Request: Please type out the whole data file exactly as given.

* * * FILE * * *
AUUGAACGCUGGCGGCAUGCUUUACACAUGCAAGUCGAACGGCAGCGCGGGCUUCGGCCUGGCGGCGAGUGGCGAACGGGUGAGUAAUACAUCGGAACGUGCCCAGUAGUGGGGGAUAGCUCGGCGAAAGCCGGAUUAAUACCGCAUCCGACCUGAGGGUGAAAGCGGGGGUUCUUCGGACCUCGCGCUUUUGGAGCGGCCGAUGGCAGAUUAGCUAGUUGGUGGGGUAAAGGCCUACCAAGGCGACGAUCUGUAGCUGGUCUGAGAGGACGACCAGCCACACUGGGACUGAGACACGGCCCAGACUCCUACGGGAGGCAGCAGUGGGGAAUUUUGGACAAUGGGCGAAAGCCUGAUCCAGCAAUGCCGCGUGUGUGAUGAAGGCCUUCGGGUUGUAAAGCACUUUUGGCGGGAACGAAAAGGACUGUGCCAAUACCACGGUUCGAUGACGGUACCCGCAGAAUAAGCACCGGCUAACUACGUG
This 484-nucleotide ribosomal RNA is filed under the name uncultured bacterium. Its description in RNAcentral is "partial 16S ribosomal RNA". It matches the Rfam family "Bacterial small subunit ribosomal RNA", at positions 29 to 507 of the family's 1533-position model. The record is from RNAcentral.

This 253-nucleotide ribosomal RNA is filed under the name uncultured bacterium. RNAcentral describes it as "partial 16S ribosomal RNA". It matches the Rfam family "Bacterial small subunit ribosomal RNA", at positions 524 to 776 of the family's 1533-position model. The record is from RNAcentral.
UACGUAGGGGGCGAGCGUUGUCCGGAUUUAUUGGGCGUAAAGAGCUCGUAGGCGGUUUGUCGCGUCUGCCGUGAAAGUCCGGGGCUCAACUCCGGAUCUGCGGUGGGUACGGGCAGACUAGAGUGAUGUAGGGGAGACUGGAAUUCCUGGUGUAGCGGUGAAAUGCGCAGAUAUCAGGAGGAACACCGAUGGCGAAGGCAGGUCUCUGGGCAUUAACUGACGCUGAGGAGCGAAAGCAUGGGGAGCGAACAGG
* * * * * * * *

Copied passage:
AUUGAACGCUGGCGGCAUGCUUUACACAUGCAAGUCGAACGGCAGCGCGGGCUUCGGCCUGGCGGCGAGUGGCGAACGGGUGAGUAAUACAUCGGAACGUGCCCAGUAGUGGGGGAUAGCUCGGCGAAAGCCGGAUUAAUACCGCAUCCGACCUGAGGGUGAAAGCGGGGGUUCUUCGGACCUCGCGCUUUUGGAGCGGCCGAUGGCAGAUUAGCUAGUUGGUGGGGUAAAGGCCUACCAAGGCGACGAUCUGUAGCUGGUCUGAGAGGACGACCAGCCACACUGGGACUGAGACACGGCCCAGACUCCUACGGGAGGCAGCAGUGGGGAAUUUUGGACAAUGGGCGAAAGCCUGAUCCAGCAAUGCCGCGUGUGUGAUGAAGGCCUUCGGGUUGUAAAGCACUUUUGGCGGGAACGAAAAGGACUGUGCCAAUACCACGGUUCGAUGACGGUACCCGCAGAAUAAGCACCGGCUAACUACGUG
This 484-nucleotide ribosomal RNA is filed under the name uncultured bacterium. Its description in RNAcentral is "partial 16S ribosomal RNA". It matches the Rfam family "Bacterial small subunit ribosomal RNA", at positions 29 to 507 of the family's 1533-position model. The record is from RNAcentral.

This 253-nucleotide ribosomal RNA is filed under the name uncultured bacterium. RNAcentral describes it as "partial 16S ribosomal RNA". It matches the Rfam family "Bacterial small subunit ribosomal RNA", at positions 524 to 776 of the family's 1533-position model. The record is from RNAcentral.
UACGUAGGGGGCGAGCGUUGUCCGGAUUUAUUGGGCGUAAAGAGCUCGUAGGCGGUUUGUCGCGUCUGCCGUGAAAGUCCGGGGCUCAACUCCGGAUCUGCGGUGGGUACGGGCAGACUAGAGUGAUGUAGGGGAGACUGGAAUUCCUGGUGUAGCGGUGAAAUGCGCAGAUAUCAGGAGGAACACCGAUGGCGAAGGCAGGUCUCUGGGCAUUAACUGACGCUGAGGAGCGAAAGCAUGGGGAGCGAACAGG